FROM THE BENTON COUNTY CIRCUIT COURT [NO. 04JV-18-74]
HONORABLE THOMAS E. SMITH, JUDGE
Tabitha McNulty, Arkansas Public Defender Commission, for
Corbyn, Office of Chief Counsel, for appellee.
Chrestman Group, PLLC, by: Keith L.
Chrestman, attorney ad litem for minor children.
WAYMOND M. BROWN, JUDGE.
Benton County Circuit Court terminated the parental rights of
appellant Donald Adams to his three children, J.A. (DOB
01-31-01), D.A. (DOB 06-17-08), and H.A. (DOB 11-19-10).
Adams appeals, arguing that the trial court (1) violated Rule
6(c) of the Arkansas Rules of Civil Procedure when it granted
DHS's motion, that was filed only six days prior to the
hearing, and without giving appellant his full time to
respond; and (2) committed reversible error when excluding
appellant from the courtroom during the testimony of his
accuser where the adjudication and termination orders were
based in large part upon the accuser's credibility. We
does not challenge the sufficiency of the termination.
Therefore, only a brief recitation of the facts is necessary.
The Arkansas Department of Human Services (DHS) removed the
children from appellant's home on January 29, 2018, as a
result of allegations that appellant sexually and physically
abused at least one of his children. DHS filed a petition for
emergency custody and dependency-neglect on February 1, 2018.
The court entered an ex parte order for emergency custody on
February 2, 2018. On March 15, 2018, DHS and the attorney ad
litem filed a joint petition for the termination of
appellant's parental rights. DHS filed a motion to
exclude appellant from the courtroom during the testimony of
J.A. on July 11, 2018. In the motion, DHS noted that the
adjudication and termination hearings were scheduled for July
17, 2018. At the beginning of the hearings, DHS informed the
court of its pending motion to have appellant excluded from
the courtroom during J.A.'s testimony. DHS suggested that
appellant be allowed to watch the testimony from a different
room. At that time, the following colloquy took place:
Father's Attorney: And, Your Honor, for the record, we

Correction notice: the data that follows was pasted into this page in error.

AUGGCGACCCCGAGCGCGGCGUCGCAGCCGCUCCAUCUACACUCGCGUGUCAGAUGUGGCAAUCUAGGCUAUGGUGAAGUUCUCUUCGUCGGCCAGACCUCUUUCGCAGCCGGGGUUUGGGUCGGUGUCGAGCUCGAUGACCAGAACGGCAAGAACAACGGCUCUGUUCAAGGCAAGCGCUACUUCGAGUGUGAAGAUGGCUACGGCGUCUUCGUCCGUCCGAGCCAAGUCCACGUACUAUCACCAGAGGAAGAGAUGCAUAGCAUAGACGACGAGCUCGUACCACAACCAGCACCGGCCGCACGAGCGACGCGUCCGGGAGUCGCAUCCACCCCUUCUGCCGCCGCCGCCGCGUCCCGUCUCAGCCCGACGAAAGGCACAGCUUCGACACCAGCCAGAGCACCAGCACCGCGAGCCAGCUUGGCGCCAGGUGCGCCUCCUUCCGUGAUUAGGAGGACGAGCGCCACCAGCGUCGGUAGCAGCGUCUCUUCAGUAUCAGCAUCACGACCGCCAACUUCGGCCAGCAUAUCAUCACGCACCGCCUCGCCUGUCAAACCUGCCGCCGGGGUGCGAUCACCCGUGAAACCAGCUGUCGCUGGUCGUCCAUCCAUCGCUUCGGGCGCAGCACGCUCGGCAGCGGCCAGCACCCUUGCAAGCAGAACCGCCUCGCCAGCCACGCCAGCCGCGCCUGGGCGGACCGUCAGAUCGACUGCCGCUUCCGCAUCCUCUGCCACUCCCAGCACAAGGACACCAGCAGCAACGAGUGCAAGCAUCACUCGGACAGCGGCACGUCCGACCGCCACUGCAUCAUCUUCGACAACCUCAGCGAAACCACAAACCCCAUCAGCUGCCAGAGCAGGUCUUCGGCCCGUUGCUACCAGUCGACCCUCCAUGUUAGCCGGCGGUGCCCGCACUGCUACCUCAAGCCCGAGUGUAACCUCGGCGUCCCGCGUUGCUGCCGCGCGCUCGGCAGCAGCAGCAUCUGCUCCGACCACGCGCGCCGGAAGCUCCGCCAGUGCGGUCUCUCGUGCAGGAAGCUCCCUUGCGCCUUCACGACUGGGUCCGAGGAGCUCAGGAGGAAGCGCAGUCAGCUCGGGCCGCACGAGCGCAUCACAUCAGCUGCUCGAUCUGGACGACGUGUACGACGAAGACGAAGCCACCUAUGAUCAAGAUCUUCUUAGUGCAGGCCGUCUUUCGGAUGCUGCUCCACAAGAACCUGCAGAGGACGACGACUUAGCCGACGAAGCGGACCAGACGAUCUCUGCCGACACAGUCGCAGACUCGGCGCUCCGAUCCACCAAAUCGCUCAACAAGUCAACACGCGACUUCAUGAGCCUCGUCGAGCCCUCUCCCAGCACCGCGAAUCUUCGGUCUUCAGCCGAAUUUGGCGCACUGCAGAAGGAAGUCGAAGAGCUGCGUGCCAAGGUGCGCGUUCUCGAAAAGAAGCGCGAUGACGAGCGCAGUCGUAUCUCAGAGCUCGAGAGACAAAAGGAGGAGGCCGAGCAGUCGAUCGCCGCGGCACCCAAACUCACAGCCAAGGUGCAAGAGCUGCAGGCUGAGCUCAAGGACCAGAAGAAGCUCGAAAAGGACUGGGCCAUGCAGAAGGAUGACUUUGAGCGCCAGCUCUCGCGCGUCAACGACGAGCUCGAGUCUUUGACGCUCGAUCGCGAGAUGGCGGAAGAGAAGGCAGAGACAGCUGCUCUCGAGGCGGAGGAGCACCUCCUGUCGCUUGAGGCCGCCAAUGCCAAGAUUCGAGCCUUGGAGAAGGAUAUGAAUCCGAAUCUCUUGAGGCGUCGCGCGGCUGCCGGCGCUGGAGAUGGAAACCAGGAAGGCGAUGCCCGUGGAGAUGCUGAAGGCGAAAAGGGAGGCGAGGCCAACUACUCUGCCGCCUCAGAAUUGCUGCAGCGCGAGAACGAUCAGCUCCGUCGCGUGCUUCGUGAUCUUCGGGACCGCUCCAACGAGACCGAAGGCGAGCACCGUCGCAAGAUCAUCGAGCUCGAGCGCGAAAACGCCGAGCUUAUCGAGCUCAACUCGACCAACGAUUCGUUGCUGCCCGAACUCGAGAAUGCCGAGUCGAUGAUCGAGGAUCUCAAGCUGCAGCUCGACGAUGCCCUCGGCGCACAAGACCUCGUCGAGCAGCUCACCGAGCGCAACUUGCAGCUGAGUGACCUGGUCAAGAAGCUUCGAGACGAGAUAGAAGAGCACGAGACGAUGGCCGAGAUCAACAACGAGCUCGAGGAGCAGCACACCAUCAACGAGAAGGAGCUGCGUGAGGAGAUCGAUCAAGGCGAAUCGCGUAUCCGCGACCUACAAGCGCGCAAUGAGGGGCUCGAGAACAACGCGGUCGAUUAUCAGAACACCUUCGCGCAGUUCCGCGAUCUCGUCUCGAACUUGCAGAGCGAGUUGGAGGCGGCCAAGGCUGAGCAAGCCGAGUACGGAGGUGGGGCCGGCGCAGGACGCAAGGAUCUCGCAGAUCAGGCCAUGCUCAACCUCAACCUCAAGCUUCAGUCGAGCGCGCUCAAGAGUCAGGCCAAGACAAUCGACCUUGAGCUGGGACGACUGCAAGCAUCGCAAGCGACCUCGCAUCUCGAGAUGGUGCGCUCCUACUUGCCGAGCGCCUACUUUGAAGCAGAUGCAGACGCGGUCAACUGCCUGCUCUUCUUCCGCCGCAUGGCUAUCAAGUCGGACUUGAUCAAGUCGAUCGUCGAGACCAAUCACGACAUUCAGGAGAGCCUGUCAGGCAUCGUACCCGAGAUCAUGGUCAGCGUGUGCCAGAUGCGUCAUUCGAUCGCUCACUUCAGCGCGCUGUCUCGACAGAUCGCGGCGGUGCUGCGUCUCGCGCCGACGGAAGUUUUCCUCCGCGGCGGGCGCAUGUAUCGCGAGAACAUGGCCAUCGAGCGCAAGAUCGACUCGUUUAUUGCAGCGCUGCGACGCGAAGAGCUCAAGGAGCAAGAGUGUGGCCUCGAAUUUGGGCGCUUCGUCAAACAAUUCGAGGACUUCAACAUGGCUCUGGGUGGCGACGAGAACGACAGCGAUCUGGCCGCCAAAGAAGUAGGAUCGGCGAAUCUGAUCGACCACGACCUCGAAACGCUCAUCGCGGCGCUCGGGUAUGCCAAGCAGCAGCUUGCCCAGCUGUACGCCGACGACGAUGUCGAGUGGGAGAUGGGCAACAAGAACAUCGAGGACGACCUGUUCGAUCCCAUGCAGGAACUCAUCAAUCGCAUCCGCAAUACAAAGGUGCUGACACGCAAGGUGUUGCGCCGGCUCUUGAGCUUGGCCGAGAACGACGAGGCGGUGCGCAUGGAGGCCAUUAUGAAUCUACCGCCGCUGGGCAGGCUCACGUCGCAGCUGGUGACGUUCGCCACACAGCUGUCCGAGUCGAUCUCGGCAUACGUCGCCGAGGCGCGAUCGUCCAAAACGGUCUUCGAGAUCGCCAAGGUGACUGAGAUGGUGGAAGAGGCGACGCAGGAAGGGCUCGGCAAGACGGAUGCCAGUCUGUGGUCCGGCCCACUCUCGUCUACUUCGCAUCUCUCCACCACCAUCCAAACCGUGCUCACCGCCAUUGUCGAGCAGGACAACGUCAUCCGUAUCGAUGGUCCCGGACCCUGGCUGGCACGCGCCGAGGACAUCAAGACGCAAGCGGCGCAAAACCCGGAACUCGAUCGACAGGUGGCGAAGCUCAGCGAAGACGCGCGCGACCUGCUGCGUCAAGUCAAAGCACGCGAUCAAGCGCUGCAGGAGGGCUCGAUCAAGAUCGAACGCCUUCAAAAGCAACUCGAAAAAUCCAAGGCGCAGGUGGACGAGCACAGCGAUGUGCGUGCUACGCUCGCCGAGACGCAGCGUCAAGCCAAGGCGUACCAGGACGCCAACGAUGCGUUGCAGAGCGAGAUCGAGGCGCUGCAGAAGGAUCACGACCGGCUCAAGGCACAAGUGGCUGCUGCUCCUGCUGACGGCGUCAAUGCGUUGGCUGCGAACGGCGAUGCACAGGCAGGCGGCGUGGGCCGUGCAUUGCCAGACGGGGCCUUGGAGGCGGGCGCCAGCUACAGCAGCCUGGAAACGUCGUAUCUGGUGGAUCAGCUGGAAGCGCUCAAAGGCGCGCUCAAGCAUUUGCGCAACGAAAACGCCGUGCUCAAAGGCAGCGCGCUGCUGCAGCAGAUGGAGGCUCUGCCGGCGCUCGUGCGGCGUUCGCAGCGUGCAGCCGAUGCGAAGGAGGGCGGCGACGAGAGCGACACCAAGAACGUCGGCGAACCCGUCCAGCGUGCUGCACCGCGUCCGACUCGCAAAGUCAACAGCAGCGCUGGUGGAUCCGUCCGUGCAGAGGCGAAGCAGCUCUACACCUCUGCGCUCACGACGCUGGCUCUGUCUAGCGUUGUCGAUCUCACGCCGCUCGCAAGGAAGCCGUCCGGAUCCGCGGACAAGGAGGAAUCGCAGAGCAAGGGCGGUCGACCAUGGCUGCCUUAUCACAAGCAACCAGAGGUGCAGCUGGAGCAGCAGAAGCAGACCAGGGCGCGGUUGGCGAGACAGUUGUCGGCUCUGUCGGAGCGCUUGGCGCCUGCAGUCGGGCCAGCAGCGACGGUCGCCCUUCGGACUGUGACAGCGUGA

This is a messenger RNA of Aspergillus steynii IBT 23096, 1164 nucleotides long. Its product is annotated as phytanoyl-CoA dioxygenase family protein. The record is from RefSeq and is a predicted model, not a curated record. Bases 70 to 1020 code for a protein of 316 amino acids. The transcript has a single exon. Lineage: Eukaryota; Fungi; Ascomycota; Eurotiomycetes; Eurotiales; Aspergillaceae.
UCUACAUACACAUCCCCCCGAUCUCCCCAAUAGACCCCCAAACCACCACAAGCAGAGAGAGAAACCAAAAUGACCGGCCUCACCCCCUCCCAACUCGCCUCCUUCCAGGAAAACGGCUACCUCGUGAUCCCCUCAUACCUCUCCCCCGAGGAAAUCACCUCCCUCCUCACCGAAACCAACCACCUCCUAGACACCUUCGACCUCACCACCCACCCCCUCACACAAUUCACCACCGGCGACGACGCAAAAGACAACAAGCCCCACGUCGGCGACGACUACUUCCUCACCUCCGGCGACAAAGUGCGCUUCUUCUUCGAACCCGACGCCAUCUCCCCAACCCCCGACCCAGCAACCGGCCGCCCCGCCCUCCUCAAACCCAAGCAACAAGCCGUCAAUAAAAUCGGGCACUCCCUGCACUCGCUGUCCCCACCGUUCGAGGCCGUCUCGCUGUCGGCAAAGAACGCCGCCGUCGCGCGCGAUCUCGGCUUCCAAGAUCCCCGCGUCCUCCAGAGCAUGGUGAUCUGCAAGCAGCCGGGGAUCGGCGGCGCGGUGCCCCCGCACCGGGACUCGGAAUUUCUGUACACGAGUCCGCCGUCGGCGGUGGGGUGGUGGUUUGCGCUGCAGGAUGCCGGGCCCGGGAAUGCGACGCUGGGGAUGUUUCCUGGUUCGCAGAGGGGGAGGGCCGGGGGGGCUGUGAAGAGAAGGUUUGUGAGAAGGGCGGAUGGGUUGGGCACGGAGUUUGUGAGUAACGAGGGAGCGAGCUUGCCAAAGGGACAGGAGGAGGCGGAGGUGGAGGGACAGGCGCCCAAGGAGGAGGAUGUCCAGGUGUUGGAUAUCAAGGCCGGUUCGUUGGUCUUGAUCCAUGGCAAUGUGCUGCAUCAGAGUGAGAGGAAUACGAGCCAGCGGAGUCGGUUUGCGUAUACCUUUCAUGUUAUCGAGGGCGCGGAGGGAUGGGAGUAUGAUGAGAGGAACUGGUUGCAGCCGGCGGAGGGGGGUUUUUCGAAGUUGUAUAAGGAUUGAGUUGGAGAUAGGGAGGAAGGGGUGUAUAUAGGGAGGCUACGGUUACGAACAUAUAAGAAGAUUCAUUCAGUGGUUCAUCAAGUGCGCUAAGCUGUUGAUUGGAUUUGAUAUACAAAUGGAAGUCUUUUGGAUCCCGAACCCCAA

would oppose that. We would ask that he be allowed to stay in
the courtroom. I have reviewed the Department's motion. I
would point out to the Court that I've only had eight
calendar days, and not the 10 business days authorized by the
rules to respond; but I'll do my best.
Your Honor, counsel has pointed to Smith v. State,
and Bertrand v. State in terms of arguing that my
client is not entitled to his Sixth Amendment right to
confrontation in a civil D/N matter.
I submit, Your Honor, that those cases don't articulate
that it is only in criminal. They point actually to the
Constitution of Arkansas and the United States to say that a
person in a criminal context has the right to confront and
Now, Arkansas and the Court's -- particularly in
Linker-Flores, that's 359 Ark. 131 have taken
criminal standards of other things such as representation of
counsel, and applied them in the criminal context. That's
Linker-Flores v. DHS. And have applied them in the
civil D/N context, Your Honor.
So there's nothing that prohibits the Court from applying
the Sixth Amendment right to confront and cross-examine to my
And, moreover, Your Honor, in Maryland v. Craig
where they set up, the Federal Supreme Court set up the
standards for confrontation and cross examination in the
criminal context, they indicated that the Court can impair
that, if the Court makes specific case-based findings, and
the testimony can otherwise be assured to be credible.
As I understood it, they're credible, Your Honor. I
submit that the Department has offered no testimony to
support that, and has offered no argument with regard to the
Court as to why in this particular case it's necessary,
particularly given Ms. J.A.'s age. I believe she is in
her late teens. She is nigh-on an adult, Your Honor.
Ad Litem: Your Honor, I would just point out that I think
it's disingenuous too say that he just got this 10 days
ago. I had emailed him informally on June 22, asking him if
he would be agreeable to having his client watch. He said he
would get back. And then I know that DHS also emailed him
again on July 6.
The formal motion was sent after it was determined that he
would want a formal motion. But he's known about this
Father's Attorney: And, Your Honor, the Rules of Civil
Procedure don't talk about informal emails. They ...